This year, the category of Best Featured Actor in a Play is full of oddities. There are three performers from Shakespeare’s Twelfth Night, including two actors that played women in the all-male production. (One, Mark Rylance, is also nominated in another category for his work in Richard III.) If either of these cross-gendered performances wins, it will be only be the third time a performer has taken a Tony for playing a member of the opposite sex — the other two are Mary Martin as Peter Pan and Harvey Fierstein as Edna Turnblad in Hairspray. Continuing in this cross-gender vein, nominee Reed Birney is playing a man who dresses as a woman. Strangeness aside, this is one of the strongest Tony categories this year and it’s anyone’s game.
One of the most prolific actors on the Off-Broadway scene, Reed Birney earns his first Tony nomination for his incisive portrayal of the manipulative Charlotte in Harvey Fierstein’s comedy-drama about a group of crossing-dressing heterosexuals at a 1962 Catskills resort. Birney has won an Obie and a Drama Desk for his Off-Broadway work, but this is only his third Broadway appearance. His debut was in the 1977 comedy Gemini and his second Broadway show was Picnic in 2013.
The role of the boisterous maid Maria in Shakespeare’s romantic comedy usually does not stand out amid all the other fools, clowns and lovers. But in the all-male, Shakespeare’s Globe production, Paul Chahidi made Maria into a delightful scene-stealer. He was also featured strongly in the company’s production of Richard III as Hastings and Tyrrell and has appeared in films such as Notting Hill and on TV’s The Hour.
Best known as half of the British comedy team, Fry and Laurie (with Hugh Laurie of TV’s House fame), Stephen Fry made his Broadway debut as the pompous butler Malvolio in the Shakespeare’s Globe production of Twelfth Night. He perfectly captures character’s fussy bravado and huge ego which is gleefully punctured by Maria and her cohorts when they lead him to believe his employer Olivia is secretly smitten with him. Fry’s reading of a forged love letter from his mistress is hilariously delivered and when the deception is revealed, his crestfallen shame is entirely believable.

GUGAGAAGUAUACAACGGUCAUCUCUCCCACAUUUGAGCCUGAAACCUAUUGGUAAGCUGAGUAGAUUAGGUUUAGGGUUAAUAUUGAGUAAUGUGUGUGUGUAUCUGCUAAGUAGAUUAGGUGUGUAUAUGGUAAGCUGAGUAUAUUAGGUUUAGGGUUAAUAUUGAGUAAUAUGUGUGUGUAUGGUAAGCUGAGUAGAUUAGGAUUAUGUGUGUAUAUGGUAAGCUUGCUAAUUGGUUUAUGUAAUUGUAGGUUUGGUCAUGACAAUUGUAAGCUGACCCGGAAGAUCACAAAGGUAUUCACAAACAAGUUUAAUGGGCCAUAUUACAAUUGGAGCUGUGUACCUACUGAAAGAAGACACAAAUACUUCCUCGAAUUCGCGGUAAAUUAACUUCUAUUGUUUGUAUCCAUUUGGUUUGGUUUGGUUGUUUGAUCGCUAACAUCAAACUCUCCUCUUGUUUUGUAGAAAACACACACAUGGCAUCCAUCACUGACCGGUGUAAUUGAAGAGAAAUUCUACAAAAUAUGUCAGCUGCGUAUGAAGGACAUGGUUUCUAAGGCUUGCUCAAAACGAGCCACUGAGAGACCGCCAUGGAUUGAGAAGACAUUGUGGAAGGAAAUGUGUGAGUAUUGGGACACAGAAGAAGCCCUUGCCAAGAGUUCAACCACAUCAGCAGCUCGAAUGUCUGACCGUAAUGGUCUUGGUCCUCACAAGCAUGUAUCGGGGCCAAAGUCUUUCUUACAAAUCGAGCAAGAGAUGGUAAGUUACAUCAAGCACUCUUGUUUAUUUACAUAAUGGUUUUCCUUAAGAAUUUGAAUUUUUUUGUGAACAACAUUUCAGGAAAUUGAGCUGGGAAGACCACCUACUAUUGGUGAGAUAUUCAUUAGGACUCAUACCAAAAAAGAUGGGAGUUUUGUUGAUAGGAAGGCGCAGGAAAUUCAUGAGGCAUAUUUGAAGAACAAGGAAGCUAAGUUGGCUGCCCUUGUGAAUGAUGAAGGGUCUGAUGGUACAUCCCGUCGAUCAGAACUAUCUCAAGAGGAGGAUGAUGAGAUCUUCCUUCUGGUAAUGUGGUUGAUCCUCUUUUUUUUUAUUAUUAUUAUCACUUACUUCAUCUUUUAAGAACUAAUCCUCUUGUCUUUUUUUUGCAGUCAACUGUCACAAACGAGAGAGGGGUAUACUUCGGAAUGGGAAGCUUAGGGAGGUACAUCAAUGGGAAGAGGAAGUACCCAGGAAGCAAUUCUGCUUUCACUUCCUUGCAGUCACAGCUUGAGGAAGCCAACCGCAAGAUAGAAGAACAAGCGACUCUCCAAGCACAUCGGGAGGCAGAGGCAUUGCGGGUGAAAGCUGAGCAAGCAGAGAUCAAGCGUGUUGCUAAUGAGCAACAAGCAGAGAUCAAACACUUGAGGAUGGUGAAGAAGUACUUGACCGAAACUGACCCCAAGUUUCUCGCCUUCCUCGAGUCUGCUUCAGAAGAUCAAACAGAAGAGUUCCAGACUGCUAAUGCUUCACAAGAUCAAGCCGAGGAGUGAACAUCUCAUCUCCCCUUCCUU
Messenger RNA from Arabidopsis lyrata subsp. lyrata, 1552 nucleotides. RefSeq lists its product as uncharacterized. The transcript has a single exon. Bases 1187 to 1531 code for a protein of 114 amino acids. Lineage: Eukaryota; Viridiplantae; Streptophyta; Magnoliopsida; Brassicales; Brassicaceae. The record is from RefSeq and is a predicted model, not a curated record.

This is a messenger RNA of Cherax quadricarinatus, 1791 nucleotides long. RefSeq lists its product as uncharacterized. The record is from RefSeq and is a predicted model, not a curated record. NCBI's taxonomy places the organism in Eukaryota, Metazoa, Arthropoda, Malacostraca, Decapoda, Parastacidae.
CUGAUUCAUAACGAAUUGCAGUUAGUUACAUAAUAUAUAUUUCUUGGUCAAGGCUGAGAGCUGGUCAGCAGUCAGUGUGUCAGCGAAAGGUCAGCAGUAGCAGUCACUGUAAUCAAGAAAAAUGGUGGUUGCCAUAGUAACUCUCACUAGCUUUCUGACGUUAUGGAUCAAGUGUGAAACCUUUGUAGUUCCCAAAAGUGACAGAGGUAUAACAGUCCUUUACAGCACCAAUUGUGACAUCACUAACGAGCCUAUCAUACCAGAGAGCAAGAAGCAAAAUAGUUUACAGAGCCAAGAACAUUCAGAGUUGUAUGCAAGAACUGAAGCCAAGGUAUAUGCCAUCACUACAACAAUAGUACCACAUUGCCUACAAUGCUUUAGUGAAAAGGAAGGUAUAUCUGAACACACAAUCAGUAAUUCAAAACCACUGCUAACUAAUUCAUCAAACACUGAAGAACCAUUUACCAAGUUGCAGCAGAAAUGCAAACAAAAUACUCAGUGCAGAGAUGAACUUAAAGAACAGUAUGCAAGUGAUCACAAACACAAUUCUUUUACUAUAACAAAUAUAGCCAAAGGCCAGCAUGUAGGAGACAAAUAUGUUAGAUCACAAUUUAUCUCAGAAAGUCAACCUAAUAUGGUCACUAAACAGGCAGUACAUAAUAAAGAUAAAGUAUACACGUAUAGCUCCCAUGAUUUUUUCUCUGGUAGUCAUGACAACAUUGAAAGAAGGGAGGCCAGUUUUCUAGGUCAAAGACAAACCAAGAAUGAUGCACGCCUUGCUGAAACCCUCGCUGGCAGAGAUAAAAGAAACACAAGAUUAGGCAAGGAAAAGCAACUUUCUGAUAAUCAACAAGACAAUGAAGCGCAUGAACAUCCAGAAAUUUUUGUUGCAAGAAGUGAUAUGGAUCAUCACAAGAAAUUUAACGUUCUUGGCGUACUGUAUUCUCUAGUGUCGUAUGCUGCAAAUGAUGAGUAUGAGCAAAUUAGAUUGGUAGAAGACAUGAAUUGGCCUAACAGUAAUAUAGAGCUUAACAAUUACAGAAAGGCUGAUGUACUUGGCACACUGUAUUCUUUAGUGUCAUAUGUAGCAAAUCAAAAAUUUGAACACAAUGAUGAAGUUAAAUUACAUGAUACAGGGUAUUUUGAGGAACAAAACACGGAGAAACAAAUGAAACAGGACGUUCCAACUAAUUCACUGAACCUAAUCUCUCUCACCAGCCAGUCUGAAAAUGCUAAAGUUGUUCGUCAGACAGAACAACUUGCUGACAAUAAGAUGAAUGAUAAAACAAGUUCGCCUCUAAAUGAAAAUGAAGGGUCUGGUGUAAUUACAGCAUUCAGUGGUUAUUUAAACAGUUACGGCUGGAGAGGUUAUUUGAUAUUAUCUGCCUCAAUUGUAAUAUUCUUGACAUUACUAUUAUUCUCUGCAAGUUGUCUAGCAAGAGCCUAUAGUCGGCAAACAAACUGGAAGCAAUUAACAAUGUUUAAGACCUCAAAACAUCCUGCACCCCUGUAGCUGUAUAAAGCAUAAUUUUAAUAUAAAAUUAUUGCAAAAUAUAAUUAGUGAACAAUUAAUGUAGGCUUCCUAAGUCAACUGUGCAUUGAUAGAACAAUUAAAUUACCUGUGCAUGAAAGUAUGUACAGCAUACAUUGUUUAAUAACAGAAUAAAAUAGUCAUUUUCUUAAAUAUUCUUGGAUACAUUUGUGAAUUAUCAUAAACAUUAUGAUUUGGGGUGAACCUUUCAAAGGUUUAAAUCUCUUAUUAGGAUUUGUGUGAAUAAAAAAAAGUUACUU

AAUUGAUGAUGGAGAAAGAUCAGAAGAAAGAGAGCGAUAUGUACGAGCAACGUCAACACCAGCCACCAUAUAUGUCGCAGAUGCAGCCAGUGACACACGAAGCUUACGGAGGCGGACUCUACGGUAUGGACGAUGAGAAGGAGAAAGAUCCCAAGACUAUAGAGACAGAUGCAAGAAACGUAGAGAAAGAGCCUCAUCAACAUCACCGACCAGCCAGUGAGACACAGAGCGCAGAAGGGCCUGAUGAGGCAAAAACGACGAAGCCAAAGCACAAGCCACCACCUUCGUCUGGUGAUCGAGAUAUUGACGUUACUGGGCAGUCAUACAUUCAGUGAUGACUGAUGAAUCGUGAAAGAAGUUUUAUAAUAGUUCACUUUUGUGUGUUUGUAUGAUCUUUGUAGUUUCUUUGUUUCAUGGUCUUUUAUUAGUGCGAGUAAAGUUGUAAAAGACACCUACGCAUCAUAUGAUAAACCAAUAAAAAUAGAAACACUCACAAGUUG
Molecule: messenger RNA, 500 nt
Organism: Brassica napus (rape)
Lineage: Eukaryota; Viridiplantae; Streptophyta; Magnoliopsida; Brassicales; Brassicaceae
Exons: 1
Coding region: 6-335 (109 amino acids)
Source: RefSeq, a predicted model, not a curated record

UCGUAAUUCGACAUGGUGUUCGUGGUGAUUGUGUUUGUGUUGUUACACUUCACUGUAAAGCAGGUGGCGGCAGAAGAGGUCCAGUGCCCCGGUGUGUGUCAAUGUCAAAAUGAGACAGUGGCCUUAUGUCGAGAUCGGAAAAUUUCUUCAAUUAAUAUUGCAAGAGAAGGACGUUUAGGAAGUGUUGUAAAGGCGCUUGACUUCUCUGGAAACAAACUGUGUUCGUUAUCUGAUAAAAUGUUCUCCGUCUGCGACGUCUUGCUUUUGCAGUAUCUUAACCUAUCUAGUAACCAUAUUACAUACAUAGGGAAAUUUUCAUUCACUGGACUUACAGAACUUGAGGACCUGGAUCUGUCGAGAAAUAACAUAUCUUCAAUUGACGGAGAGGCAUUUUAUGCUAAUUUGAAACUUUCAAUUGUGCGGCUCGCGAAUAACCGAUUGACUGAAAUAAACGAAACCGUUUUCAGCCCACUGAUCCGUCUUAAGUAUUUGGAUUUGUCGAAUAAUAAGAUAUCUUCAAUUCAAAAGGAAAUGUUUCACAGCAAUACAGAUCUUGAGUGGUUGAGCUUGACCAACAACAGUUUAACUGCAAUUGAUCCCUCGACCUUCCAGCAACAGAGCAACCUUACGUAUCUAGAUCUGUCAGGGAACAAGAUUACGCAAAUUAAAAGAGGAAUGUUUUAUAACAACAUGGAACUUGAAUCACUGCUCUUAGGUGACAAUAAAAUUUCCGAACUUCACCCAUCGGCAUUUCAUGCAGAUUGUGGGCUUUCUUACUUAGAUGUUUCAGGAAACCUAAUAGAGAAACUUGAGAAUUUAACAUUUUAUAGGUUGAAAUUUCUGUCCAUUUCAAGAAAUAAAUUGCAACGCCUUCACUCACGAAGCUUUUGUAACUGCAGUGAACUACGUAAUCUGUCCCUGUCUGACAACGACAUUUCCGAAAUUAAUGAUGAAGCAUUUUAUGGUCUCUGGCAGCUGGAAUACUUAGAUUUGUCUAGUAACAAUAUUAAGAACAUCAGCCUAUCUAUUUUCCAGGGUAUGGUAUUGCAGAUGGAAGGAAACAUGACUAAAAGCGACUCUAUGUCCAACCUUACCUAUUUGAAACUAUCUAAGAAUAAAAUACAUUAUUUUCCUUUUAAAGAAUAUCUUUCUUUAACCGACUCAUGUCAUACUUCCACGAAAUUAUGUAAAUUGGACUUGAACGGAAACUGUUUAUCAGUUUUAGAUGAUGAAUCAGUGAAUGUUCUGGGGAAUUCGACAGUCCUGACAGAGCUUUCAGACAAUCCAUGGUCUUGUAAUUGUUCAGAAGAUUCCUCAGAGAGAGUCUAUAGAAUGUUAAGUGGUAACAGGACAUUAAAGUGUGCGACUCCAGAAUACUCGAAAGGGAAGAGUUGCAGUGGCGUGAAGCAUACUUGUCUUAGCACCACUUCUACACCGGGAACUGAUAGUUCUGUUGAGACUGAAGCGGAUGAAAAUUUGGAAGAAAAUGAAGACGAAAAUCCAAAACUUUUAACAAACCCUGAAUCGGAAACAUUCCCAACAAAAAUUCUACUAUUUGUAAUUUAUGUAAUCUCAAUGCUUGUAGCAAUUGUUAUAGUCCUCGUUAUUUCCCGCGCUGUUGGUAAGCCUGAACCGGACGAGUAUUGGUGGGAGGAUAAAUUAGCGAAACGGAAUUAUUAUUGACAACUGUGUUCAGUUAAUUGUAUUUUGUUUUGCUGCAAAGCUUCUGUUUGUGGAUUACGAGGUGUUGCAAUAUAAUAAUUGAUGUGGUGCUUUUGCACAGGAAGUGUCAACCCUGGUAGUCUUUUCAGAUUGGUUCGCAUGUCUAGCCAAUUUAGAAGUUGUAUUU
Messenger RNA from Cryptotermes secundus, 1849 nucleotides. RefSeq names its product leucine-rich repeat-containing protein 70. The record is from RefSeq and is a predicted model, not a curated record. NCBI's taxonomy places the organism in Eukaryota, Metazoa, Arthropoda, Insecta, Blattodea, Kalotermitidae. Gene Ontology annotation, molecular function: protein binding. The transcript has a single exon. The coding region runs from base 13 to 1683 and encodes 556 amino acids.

In stark contrast to his malevolent Richard III for which he is nominated for Best Actor, Mark Rylance is also in the Featured Actor race for his ultra-feminine Olivia in Twelfth Night. He brilliantly conveys the noblewoman’s cool reserve as she mourns her dead brother. Then he transforms into a giddy schoolgirl as her haughty exterior is melted when she falls in love with the page Caesario, who is actually the maiden Viola in disguise.
Brian J. Smith
The Glass Menagerie
The Gentleman Caller arrives late in Tennessee Williams’ The Glass Menagerie, but Brian J. Smith’s sensitive performance makes the role a vital one. He’s been brought to the impoverished apartment of his co-worker Tom as a potential suitor for Tom’s painfully shy sister, Laura. Smith endows this former high-school hero with a painful self-awareness as he realizes his glory days are behind him. Yet he is still kind enough to reach out to Laura and attempt to boost her confidence. Smith’s previous Broadway credits include Come Back, Little Sheba and The Columnist.